Money Down the Drain
Whenever we wash our hands, take showers, do the dishes, or clean our clothes, to cite but a few of our daily activities, we’re throwing away reusable energy—energy we’ve already paid for. How much energy? The EPA estimates that 385 billion kWh of waste heat energy goes down North American drains every year. That’s enough wasted energy to power more than 35,760 typical American homes, according to figures from the U.S. Energy Information Administration. SWEE technology—reliable, cost-effective and with a shorter payback period than other green alternatives—recaptures this energy and re-uses it for heating and cooling.
To get a better sense of what this means in financial terms for a single commercial building, our engineers took as their model a 100,000 SF office building in the Washington, DC Mid-Atlantic region and then calculated how much it would on average cost to both heat and cool it with: 1) a conventional HVAC system using a cooling tower and boilers; 2) a geothermal system and; 3) the SWEE system that ultimately was chosen for the new DC Water headquarters.
The conventional HVAC system with a cooling tower and boilers cost the least to purchase: $462,500, versus $560,000 for the SWEE and a whopping $950,000 for geothermal. After that, however, the race isn’t even close.
To calculate the size of a cooling system big enough to meet all of a given building’s year-round needs, engineers usually base their estimates on peak cooling load when demand is at its highest —e.g., the hottest day of the year in a fully occupied building. We took a more conservative approach, averaging out expected demand over the course of a year and then factoring in estimated maintenance costs for each of the systems.
Although the conventional system’s price tag was lowest, that advantage was quickly wiped out by its estimated maintenance costs of $12,500 per year compared to $3,500 per year for the SHARC’s SWEE (starting in year three after the expiration of a two-year warranty). Factoring those additional savings into the equation, we calculated the payback period for the SWEE to be about five years. Maintenance costs for geothermal are roughly comparable to the SWEE system, but its high initial purchase price translates into a payback period measured in decades, not years. Also, geothermal has only limited applicability in urban areas because few buildings have enough land for the required well space.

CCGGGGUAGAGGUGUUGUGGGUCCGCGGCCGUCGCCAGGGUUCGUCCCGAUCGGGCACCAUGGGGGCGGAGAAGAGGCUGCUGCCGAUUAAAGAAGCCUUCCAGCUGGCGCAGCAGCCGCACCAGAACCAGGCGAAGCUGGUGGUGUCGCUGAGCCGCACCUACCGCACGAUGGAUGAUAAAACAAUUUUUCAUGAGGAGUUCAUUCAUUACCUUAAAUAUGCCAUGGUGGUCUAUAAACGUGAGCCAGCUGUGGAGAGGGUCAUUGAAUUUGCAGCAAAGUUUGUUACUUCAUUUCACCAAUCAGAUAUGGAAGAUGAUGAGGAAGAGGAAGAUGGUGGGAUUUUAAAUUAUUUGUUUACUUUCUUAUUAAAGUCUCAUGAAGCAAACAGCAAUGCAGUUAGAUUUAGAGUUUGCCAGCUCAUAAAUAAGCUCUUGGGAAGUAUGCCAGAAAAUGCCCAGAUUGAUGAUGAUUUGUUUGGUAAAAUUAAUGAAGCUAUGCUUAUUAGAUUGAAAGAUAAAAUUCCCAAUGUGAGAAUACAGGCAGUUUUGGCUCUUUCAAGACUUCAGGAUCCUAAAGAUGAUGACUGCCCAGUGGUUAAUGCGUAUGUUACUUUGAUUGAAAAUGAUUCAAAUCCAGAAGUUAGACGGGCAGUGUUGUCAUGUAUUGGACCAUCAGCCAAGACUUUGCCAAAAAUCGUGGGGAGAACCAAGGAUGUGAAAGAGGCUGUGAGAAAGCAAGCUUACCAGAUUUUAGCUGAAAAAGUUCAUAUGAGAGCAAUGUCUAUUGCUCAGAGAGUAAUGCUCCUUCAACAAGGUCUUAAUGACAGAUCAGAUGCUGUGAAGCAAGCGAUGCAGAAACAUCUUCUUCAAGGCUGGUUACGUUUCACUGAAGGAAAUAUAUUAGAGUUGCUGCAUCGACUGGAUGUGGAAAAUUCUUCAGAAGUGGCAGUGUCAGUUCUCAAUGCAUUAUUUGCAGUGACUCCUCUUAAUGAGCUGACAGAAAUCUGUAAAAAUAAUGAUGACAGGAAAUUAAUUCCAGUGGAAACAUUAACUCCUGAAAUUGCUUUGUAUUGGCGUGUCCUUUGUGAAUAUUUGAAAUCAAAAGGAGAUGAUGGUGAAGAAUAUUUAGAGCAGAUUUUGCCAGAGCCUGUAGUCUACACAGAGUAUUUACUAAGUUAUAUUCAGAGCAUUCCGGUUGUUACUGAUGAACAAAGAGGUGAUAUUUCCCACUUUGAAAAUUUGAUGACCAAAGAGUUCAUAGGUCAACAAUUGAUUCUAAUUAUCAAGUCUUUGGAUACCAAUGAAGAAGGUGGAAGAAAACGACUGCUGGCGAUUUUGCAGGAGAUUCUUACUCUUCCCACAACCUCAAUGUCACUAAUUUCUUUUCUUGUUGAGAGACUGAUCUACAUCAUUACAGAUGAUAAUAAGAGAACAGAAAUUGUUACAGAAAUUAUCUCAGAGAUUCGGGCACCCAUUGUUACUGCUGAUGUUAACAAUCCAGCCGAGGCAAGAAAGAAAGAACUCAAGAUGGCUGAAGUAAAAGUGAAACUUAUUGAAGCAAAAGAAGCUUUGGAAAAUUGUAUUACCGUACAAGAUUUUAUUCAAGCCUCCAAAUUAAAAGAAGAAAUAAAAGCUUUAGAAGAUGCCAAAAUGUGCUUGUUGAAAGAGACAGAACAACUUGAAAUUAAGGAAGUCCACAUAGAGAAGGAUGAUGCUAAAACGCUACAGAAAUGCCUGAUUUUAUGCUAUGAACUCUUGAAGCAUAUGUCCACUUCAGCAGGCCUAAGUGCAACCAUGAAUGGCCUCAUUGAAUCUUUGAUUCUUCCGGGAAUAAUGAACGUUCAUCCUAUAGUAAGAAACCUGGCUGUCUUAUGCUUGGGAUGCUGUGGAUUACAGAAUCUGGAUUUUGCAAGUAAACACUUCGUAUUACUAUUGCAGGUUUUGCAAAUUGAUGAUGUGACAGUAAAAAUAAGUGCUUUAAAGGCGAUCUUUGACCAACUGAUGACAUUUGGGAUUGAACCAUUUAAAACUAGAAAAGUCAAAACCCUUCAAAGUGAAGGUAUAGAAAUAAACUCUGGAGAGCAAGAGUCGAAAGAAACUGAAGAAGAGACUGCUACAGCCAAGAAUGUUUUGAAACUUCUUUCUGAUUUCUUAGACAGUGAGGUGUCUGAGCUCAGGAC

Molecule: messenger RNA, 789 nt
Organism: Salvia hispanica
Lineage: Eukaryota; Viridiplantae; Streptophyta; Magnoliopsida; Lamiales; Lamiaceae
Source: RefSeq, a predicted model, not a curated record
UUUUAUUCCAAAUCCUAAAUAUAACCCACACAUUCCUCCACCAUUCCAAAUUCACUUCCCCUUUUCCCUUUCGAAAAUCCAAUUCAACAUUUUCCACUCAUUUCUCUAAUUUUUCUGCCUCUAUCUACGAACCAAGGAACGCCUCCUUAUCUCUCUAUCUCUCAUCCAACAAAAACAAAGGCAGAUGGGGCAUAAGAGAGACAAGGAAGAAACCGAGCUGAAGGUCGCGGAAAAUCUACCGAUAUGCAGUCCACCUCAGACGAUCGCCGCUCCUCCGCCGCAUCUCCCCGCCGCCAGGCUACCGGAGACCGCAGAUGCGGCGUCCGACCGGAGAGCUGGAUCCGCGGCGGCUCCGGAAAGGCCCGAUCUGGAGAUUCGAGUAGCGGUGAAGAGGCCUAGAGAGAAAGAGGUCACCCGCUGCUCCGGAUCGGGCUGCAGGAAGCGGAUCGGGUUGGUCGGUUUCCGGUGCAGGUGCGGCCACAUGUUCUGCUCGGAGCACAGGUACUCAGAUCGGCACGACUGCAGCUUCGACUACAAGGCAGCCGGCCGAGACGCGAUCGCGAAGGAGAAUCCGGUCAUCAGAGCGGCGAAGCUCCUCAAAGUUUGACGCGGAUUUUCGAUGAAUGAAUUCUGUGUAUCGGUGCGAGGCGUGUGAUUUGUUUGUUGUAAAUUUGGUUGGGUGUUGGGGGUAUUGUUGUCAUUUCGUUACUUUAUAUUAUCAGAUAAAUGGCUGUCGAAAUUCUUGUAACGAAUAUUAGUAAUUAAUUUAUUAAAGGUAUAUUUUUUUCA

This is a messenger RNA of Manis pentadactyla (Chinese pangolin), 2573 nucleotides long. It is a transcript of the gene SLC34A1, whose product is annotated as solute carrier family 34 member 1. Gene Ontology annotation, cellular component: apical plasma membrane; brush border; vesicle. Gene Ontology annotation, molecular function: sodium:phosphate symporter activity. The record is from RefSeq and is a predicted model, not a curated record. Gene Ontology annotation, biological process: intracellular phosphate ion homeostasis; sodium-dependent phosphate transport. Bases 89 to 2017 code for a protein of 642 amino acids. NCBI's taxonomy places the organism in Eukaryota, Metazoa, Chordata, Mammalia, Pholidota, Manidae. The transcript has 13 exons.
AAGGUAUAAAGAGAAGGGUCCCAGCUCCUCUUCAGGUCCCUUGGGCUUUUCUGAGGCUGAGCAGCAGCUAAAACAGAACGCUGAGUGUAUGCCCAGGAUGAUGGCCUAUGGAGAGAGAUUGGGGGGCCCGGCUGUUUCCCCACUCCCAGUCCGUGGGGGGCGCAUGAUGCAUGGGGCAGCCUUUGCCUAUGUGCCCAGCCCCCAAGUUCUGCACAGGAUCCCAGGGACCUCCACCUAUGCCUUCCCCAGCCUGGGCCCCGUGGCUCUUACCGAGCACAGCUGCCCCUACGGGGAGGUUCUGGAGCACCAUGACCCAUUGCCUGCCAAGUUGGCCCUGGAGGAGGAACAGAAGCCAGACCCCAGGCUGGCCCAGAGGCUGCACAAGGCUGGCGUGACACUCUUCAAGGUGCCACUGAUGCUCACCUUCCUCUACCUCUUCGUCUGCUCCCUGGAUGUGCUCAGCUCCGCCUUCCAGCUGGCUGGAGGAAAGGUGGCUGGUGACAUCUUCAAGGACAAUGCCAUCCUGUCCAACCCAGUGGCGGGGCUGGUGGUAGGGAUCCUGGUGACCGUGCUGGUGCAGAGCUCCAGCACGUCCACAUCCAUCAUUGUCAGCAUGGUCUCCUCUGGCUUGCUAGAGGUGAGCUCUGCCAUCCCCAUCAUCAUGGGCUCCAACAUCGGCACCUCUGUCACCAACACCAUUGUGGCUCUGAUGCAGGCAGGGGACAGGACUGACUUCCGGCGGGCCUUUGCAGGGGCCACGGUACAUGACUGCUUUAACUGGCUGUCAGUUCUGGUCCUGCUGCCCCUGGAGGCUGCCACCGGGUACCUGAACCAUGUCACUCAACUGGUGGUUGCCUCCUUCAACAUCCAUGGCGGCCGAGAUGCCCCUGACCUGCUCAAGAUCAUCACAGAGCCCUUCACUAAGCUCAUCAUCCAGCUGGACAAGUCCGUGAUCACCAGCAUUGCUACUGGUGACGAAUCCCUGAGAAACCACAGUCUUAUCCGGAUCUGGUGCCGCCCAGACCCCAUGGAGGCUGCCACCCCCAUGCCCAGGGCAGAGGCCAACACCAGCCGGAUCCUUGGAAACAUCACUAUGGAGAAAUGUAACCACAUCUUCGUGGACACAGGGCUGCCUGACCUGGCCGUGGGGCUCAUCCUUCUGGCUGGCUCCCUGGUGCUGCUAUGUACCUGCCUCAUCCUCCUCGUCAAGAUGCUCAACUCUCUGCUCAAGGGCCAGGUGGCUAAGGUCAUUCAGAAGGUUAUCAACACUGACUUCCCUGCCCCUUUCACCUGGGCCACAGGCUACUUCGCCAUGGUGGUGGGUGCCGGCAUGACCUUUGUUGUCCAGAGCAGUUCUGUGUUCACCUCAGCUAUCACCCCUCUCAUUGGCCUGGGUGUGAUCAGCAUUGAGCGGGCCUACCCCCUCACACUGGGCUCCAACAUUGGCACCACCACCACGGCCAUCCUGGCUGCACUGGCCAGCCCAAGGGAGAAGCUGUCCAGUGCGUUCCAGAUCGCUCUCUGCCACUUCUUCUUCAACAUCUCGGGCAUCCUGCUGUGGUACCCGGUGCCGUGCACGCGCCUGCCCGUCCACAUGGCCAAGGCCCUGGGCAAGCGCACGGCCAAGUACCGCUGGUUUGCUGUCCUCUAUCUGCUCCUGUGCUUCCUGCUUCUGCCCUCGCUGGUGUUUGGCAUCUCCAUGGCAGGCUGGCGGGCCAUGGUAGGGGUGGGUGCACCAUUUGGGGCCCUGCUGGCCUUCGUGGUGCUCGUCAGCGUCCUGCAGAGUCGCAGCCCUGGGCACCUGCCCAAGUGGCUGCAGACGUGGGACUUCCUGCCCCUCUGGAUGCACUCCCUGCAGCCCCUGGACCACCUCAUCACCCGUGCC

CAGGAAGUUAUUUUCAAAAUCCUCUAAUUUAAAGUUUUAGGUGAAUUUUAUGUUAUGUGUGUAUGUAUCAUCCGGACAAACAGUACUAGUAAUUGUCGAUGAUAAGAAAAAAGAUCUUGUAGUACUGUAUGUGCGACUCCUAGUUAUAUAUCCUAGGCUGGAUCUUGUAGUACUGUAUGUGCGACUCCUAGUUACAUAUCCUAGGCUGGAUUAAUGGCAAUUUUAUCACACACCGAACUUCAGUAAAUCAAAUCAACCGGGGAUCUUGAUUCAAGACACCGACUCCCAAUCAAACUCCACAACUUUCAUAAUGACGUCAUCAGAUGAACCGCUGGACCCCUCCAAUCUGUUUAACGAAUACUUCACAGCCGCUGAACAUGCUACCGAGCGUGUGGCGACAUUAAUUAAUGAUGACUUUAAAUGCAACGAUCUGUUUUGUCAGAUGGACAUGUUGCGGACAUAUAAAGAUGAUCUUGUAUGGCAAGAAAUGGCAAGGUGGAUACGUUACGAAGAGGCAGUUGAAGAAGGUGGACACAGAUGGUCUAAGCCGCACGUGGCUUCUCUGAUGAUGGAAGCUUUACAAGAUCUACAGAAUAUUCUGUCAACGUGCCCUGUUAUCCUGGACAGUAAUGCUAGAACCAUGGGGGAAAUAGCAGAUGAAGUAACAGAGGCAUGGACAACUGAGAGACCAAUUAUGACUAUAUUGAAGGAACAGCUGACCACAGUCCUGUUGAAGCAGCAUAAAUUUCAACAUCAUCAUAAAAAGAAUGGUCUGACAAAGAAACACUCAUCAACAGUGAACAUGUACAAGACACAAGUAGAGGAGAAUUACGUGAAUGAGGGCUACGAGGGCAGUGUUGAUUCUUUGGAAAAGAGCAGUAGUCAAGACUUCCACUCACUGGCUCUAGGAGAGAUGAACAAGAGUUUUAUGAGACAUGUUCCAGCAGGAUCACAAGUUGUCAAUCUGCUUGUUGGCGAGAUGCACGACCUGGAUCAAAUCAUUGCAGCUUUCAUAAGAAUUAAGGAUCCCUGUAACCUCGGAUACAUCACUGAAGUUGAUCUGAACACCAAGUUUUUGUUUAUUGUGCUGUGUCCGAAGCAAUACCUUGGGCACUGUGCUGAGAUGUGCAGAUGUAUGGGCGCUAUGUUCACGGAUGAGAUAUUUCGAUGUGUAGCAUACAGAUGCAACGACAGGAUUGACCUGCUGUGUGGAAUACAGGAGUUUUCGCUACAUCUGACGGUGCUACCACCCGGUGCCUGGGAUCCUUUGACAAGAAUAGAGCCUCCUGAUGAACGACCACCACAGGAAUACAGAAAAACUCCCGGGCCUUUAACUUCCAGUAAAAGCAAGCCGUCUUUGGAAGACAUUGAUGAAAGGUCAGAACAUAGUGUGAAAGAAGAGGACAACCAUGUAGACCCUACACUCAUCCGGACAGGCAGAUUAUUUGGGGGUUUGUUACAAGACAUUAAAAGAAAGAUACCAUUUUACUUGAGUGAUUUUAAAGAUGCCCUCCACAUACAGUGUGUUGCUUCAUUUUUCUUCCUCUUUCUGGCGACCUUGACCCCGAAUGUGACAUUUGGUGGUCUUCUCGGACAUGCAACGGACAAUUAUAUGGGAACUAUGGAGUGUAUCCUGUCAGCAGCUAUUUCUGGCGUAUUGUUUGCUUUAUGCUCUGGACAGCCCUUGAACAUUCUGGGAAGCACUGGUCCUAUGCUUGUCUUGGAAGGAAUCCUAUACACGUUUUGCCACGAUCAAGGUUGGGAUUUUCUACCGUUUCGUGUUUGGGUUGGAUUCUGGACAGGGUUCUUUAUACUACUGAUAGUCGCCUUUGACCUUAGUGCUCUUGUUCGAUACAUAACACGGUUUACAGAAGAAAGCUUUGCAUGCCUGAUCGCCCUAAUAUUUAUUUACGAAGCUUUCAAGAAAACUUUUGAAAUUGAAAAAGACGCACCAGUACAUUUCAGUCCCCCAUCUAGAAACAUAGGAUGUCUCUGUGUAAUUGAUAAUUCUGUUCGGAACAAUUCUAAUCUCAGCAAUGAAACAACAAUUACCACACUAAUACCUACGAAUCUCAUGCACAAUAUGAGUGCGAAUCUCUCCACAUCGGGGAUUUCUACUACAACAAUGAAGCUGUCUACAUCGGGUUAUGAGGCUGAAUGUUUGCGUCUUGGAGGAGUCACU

Finally, for those concerned about climate change, the SWEE system cuts our model building’s carbon emissions by more than 1,350 metric tons per year—which adds up to nearly 34,000 metric tons of CO2 not emitted into the atmosphere over the system’s 25-year service life. That is the equivalent of removing 293 cars from the roads for 25 years—just from the installation of one SWEE system in one office building.
Any building could tap into this energy flowing through city sewer mains with the cooperation of the wastewater utility agency. Every million gallons of wastewater has the potential to produce a megawatt of cooling for a building. In a city like Washington, DC, producing on average 200 million gallons of wastewater per day, the cooling potential is 200 megawatts—enough to cool 18.5 million square feet of office space. Moreover, cooling 18.5 million square feet of office space with SWEE would save nearly 250,000 metric tons of CO2 emissions annually (equivalent to a whopping 54,347 cars removed from the road!). Clearly, mining the energy that flows just beneath our feet is a major step forward in green building technology and could make significant improvements in the environment.
The third and final instalment of this blog will cover the opening of the new DC Water headquarters and the report on the results of the first functioning SWEE system.